By Erin Sherbert
By Howard Cole
By Erin Sherbert
By Erin Sherbert
By Leif Haven
By Erin Sherbert
By Chris Roberts
By Kate Conger
When Gov. Arnold Schwarzenegger's deal with the Lytton Band of Pomo Indians to bring Las Vegas-style gambling to San Pablo came unraveled in August -- amid an outcry over potential traffic congestion -- among the naysayers was a veteran Bay Area congressman, Rep. George Miller (D-Martinez). So great was the uproar that the Legislature, after having ratified compacts the governor had signed earlier with nine other tribes, refused to bless the deal, putting it on hold until early next year. But the representative's hand-wringing over the tiny Indian group's dream of opening the state's first slot-machine palace in a major metropolitan setting had a distinctly hollow ring. It was Miller, after all, who had made the deal possible in the first place, after he sneaked a three-sentence piece of legislation into an obscure federal spending bill four years ago, which helped secure land beneath a San Pablo card club -- to which the Lyttons had no ancestral connection -- as tribal territory.
Things are seldom as they appear in the theater of the absurd known as California Indian gaming. Indeed, Native Americans have become little more than human props in the high-stakes battle involving real estate developers, powerful consultants, and out-of-state gaming interests to bring casino gambling -- until now confined to reservations in mostly remote areas -- closer to urban centers.
Nowhere is that more apparent than in the Bay Area. Even as the members of the Santa Rosa-based Lyttons, a band of only 220 people, keep their fingers crossed that the deal they thought they had worked out with the governor doesn't get derailed, some heavy hitters have lined up behind three little-known other groups of Pomo Indians also aiming to open casinos on San Francisco's doorstep.
In the unincorporated East Bay area of North Richmond, just four miles from San Pablo, Florida real estate tycoon Alan Ginsburg is pushing a casino on behalf of the 176-member Scott's Valley Band of Pomo. Ginsburg is also the force behind the casino ambitions announced earlier this month by the Lower Lake Rancheria-Koi Nation -- a "sovereign nation" of only 30 people whose tribal finances are almost totally dependent on Ginsburg's largess. He wants to build Lower Lake's casino near Oakland International Airport. Advising him on both projects is Kevin Gover, the former head of the Bureau of Indian Affairs.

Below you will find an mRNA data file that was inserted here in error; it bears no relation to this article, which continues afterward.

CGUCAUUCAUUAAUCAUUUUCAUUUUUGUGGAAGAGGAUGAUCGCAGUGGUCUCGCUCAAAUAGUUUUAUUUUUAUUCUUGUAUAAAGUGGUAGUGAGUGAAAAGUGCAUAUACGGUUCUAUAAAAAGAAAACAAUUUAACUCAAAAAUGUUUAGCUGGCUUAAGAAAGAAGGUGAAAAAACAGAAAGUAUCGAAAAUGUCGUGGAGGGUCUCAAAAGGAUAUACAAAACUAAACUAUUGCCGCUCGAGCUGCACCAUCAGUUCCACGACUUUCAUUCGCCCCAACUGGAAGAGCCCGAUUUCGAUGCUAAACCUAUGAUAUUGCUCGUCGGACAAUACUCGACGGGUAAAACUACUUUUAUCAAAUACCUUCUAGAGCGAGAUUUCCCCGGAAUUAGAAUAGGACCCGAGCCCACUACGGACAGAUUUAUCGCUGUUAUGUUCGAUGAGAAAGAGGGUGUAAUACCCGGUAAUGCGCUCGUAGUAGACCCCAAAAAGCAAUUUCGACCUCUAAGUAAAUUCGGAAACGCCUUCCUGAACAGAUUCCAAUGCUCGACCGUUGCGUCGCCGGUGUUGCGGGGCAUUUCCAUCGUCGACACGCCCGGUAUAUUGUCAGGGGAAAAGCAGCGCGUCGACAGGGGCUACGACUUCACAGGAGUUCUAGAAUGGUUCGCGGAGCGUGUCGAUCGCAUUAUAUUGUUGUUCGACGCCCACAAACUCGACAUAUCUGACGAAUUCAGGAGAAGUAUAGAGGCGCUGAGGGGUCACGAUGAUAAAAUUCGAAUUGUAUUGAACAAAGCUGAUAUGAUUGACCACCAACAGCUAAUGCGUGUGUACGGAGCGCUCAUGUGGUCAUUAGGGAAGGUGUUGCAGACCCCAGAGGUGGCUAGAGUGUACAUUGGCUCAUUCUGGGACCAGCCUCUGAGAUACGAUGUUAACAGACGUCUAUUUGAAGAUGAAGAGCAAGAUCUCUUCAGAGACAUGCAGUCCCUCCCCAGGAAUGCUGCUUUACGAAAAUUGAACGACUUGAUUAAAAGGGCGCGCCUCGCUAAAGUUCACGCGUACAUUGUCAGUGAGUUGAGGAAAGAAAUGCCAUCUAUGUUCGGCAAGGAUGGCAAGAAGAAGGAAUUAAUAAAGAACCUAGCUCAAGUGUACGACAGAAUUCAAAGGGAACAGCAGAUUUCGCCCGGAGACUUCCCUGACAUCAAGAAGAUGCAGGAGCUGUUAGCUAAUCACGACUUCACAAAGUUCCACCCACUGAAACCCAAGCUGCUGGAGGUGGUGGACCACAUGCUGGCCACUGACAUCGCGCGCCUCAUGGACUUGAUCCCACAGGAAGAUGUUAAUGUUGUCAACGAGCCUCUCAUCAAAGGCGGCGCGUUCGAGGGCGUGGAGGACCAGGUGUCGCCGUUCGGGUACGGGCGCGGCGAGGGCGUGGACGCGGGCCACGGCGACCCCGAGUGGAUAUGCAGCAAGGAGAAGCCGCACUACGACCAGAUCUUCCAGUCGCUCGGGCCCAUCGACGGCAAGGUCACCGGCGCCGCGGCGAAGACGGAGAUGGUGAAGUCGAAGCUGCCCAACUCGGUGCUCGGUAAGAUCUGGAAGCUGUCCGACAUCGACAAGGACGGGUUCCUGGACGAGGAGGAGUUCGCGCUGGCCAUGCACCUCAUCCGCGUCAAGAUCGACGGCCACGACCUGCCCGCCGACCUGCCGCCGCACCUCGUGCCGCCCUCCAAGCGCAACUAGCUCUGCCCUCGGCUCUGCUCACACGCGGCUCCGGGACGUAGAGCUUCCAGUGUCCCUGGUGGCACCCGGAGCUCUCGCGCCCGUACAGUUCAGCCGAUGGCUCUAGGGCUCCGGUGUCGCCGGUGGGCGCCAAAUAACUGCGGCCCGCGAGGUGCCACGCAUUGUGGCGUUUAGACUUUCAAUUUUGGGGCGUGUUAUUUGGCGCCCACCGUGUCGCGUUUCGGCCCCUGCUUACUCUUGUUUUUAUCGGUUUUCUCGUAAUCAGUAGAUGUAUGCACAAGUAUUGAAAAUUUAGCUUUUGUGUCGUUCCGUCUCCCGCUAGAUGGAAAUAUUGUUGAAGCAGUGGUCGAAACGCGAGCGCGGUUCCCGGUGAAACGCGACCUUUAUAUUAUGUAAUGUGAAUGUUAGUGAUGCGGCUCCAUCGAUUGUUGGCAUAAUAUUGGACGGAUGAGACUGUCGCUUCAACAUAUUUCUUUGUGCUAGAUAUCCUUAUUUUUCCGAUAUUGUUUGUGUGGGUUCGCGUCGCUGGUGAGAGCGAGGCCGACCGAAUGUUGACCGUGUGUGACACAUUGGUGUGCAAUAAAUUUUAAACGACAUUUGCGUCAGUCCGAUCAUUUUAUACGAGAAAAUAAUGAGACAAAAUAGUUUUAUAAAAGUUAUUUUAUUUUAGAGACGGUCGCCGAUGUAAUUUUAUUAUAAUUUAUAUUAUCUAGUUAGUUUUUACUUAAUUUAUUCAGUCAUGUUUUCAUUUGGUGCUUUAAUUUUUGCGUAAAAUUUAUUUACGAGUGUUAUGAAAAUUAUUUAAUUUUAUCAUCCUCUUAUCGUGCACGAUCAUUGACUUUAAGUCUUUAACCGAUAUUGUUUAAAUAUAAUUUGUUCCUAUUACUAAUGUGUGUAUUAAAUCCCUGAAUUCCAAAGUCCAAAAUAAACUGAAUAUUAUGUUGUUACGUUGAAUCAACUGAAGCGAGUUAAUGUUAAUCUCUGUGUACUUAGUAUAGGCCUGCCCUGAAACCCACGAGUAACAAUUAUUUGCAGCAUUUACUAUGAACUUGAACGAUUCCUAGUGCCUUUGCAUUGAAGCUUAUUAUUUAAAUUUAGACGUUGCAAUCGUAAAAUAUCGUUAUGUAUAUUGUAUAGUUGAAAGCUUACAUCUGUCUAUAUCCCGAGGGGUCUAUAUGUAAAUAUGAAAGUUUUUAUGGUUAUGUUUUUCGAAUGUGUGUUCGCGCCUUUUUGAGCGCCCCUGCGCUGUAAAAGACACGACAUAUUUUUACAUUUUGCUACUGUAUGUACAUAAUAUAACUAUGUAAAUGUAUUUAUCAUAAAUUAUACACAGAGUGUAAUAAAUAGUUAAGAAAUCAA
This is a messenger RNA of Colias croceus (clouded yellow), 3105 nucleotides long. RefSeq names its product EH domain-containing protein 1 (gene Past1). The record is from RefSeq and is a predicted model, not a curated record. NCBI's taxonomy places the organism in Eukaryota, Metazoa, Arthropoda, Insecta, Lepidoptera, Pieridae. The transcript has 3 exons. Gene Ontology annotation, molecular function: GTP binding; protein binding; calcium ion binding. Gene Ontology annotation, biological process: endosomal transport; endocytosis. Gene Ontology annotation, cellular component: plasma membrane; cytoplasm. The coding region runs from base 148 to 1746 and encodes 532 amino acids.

Meanwhile, a group led by Emeryville investor Jim Levine has teamed up with Harrah's, the Nevada gaming giant, to try to build yet another Bay Area casino on behalf of the 112-member Guidiville Band of Pomo, headquartered near Ukiah. If they succeed, their planned gaming resort destination would go up on an isolated stretch of East Bay shoreline at Richmond's Point Molate, on property the U.S. Navy abandoned as a fuel depot. Levine and Harrah's have enlisted lobbying support from former U.S. Defense Secretary William Cohen.
With Schwarzenegger vowing not to approve any more urban casinos (by law he had to negotiate with the Lyttons after Miller helped them acquire land via an Act of Congress), the current Bay Area gambling rush might appear to be an exercise in futility. But, again, appearances can be deceiving. Not widely known outside Indian gaming circles is the fact that each of the Pomo tribes in the Bay Area hunt is exempt from a provision of federal law requiring a governor's consent should the feds let the tribe acquire reservation land for casino purposes. "Giving a plot of land to a tribe that has no historical connection to it so that they can build a casino is motivated by one thing, and it's called money," says former Lt. Gov. Leo McCarthy, who served on a special commission appointed by Congress in the 1990s to study the impacts of gambling.
Even without the Bay Area casino push, California is poised to overtake Nevada as the nation's gaming capital within a few years. In the four years since Proposition 1A gave the green light to gaming on the state's Indian reservations, gambling at flashy new casinos has exploded, with net revenue approaching nearly $6 billion a year. That's compared with $9 billion in Nevada, where gambling has been legal since shortly after World War II. (As sovereign nations, the tribes pay no state taxes, but they do contribute about $130 million a year to tribes that don't have gaming operations and also reimburse local governments for public services.) Under compacts negotiated by former Gov. Gray Davis, which expire in 2020, each tribe is limited to 2,000 slot machines. But Schwarzenegger, who faces a staggering budget deficit, has taken a different approach, offering tribes as many slot machines as the market will bear in return for their sharing proceeds with the state.
Nine tribes have taken him up on the offer since last year. The Lyttons would be the 10th. But a handful of large tribes have balked, instead pushing Proposition 70 on the Nov. 2 ballot, which would essentially scrap the compacts under which the state's 54 gaming tribes currently operate and replace them with new 99-year compacts that would free the tribes from the threat of non-Indian casino competition. For their part, card club and racetrack interests are pushing another measure, Proposition 68, that would allow them to install slot machines at tracks and gambling halls, effectively ending the Indians' monopoly on Las Vegas-style gambling. Polls show neither measure faring well with prospective voters.